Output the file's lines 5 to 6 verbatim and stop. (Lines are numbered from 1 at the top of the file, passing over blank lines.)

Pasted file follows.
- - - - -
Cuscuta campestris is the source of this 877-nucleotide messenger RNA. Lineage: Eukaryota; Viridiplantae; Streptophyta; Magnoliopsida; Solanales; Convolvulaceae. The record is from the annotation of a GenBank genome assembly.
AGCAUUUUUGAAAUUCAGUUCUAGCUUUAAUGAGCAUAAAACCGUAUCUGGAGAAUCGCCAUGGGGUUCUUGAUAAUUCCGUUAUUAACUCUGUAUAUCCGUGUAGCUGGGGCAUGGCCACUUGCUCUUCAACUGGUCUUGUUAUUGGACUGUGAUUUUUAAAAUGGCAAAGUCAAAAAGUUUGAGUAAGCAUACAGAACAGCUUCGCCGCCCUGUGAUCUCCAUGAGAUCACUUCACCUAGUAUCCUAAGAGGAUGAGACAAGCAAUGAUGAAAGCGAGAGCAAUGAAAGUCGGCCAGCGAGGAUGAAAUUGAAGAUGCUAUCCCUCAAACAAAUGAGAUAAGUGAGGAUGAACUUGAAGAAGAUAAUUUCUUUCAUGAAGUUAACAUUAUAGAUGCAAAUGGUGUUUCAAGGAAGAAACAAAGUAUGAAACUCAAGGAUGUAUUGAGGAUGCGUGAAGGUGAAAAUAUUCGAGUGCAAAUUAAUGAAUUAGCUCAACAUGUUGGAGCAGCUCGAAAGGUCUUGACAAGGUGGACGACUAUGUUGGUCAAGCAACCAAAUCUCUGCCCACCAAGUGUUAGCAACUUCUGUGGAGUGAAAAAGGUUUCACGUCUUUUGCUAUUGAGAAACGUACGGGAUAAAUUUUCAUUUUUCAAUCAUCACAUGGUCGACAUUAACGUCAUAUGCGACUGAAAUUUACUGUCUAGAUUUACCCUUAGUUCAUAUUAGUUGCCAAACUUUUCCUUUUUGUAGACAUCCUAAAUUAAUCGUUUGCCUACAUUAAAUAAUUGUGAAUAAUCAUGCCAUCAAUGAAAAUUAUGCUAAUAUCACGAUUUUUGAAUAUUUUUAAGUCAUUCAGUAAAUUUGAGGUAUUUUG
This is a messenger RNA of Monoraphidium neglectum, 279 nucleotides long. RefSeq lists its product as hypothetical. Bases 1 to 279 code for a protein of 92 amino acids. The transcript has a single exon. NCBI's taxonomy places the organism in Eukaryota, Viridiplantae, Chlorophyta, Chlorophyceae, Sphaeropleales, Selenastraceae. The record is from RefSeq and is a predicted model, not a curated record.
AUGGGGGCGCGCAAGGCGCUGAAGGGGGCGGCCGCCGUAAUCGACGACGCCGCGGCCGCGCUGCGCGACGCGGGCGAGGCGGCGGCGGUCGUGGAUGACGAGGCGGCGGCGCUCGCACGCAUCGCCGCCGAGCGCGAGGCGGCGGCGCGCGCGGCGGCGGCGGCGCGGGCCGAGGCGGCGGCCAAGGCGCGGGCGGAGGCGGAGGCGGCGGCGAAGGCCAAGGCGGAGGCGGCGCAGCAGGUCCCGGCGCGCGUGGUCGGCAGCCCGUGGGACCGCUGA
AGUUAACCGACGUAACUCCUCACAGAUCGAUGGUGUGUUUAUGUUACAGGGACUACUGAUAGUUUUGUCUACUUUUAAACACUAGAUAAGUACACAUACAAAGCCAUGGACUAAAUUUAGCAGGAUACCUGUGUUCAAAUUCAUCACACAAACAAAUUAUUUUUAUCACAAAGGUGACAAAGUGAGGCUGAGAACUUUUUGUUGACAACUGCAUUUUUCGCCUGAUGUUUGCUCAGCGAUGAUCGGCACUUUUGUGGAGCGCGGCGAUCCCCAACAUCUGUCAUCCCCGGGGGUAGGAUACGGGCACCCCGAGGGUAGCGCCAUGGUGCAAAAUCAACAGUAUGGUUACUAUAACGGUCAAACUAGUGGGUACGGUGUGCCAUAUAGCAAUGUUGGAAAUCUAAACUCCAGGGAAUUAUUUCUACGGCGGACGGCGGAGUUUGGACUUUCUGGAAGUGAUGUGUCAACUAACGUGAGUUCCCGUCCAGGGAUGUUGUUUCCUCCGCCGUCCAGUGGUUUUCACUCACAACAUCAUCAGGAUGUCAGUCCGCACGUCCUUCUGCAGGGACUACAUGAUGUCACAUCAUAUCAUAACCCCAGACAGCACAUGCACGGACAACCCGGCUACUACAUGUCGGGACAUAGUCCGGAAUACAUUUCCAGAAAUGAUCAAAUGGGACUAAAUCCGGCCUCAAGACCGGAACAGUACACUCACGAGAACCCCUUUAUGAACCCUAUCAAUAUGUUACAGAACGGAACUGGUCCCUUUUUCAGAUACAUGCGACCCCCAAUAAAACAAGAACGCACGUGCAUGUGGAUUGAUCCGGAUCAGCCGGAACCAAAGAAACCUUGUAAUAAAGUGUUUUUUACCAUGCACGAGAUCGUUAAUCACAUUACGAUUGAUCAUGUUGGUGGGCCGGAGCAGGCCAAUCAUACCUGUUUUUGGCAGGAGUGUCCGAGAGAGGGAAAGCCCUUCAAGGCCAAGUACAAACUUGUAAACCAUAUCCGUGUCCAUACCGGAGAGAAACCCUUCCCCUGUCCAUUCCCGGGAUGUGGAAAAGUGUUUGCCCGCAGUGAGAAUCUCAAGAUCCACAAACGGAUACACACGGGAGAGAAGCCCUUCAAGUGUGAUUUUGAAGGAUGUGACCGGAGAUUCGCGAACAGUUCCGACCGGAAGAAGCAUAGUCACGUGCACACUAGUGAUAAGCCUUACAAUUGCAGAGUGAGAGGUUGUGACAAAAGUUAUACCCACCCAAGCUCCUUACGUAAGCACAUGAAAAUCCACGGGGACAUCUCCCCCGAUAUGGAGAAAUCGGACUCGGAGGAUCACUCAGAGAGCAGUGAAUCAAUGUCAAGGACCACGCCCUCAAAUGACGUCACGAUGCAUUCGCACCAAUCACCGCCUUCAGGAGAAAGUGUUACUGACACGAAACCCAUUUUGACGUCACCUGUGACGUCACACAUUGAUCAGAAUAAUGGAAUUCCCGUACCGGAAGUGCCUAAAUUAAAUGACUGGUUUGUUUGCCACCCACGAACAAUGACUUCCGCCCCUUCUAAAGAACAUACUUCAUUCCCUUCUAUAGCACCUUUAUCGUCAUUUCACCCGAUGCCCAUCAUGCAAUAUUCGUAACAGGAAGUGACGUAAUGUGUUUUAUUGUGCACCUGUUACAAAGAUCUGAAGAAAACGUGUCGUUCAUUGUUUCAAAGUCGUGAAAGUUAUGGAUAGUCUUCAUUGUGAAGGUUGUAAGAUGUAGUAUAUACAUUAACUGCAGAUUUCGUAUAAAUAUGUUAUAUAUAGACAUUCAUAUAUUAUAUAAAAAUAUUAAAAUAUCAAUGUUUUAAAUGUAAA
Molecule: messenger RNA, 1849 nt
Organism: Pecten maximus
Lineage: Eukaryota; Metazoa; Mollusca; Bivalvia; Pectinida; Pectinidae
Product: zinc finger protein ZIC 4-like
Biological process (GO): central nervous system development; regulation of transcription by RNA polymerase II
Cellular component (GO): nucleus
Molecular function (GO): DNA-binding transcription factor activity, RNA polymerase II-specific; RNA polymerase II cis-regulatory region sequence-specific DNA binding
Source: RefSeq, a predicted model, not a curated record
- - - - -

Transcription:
AGUUAACCGACGUAACUCCUCACAGAUCGAUGGUGUGUUUAUGUUACAGGGACUACUGAUAGUUUUGUCUACUUUUAAACACUAGAUAAGUACACAUACAAAGCCAUGGACUAAAUUUAGCAGGAUACCUGUGUUCAAAUUCAUCACACAAACAAAUUAUUUUUAUCACAAAGGUGACAAAGUGAGGCUGAGAACUUUUUGUUGACAACUGCAUUUUUCGCCUGAUGUUUGCUCAGCGAUGAUCGGCACUUUUGUGGAGCGCGGCGAUCCCCAACAUCUGUCAUCCCCGGGGGUAGGAUACGGGCACCCCGAGGGUAGCGCCAUGGUGCAAAAUCAACAGUAUGGUUACUAUAACGGUCAAACUAGUGGGUACGGUGUGCCAUAUAGCAAUGUUGGAAAUCUAAACUCCAGGGAAUUAUUUCUACGGCGGACGGCGGAGUUUGGACUUUCUGGAAGUGAUGUGUCAACUAACGUGAGUUCCCGUCCAGGGAUGUUGUUUCCUCCGCCGUCCAGUGGUUUUCACUCACAACAUCAUCAGGAUGUCAGUCCGCACGUCCUUCUGCAGGGACUACAUGAUGUCACAUCAUAUCAUAACCCCAGACAGCACAUGCACGGACAACCCGGCUACUACAUGUCGGGACAUAGUCCGGAAUACAUUUCCAGAAAUGAUCAAAUGGGACUAAAUCCGGCCUCAAGACCGGAACAGUACACUCACGAGAACCCCUUUAUGAACCCUAUCAAUAUGUUACAGAACGGAACUGGUCCCUUUUUCAGAUACAUGCGACCCCCAAUAAAACAAGAACGCACGUGCAUGUGGAUUGAUCCGGAUCAGCCGGAACCAAAGAAACCUUGUAAUAAAGUGUUUUUUACCAUGCACGAGAUCGUUAAUCACAUUACGAUUGAUCAUGUUGGUGGGCCGGAGCAGGCCAAUCAUACCUGUUUUUGGCAGGAGUGUCCGAGAGAGGGAAAGCCCUUCAAGGCCAAGUACAAACUUGUAAACCAUAUCCGUGUCCAUACCGGAGAGAAACCCUUCCCCUGUCCAUUCCCGGGAUGUGGAAAAGUGUUUGCCCGCAGUGAGAAUCUCAAGAUCCACAAACGGAUACACACGGGAGAGAAGCCCUUCAAGUGUGAUUUUGAAGGAUGUGACCGGAGAUUCGCGAACAGUUCCGACCGGAAGAAGCAUAGUCACGUGCACACUAGUGAUAAGCCUUACAAUUGCAGAGUGAGAGGUUGUGACAAAAGUUAUACCCACCCAAGCUCCUUACGUAAGCACAUGAAAAUCCACGGGGACAUCUCCCCCGAUAUGGAGAAAUCGGACUCGGAGGAUCACUCAGAGAGCAGUGAAUCAAUGUCAAGGACCACGCCCUCAAAUGACGUCACGAUGCAUUCGCACCAAUCACCGCCUUCAGGAGAAAGUGUUACUGACACGAAACCCAUUUUGACGUCACCUGUGACGUCACACAUUGAUCAGAAUAAUGGAAUUCCCGUACCGGAAGUGCCUAAAUUAAAUGACUGGUUUGUUUGCCACCCACGAACAAUGACUUCCGCCCCUUCUAAAGAACAUACUUCAUUCCCUUCUAUAGCACCUUUAUCGUCAUUUCACCCGAUGCCCAUCAUGCAAUAUUCGUAACAGGAAGUGACGUAAUGUGUUUUAUUGUGCACCUGUUACAAAGAUCUGAAGAAAACGUGUCGUUCAUUGUUUCAAAGUCGUGAAAGUUAUGGAUAGUCUUCAUUGUGAAGGUUGUAAGAUGUAGUAUAUACAUUAACUGCAGAUUUCGUAUAAAUAUGUUAUAUAUAGACAUUCAUAUAUUAUAUAAAAAUAUUAAAAUAUCAAUGUUUUAAAUGUAAA
Molecule: messenger RNA, 1849 nt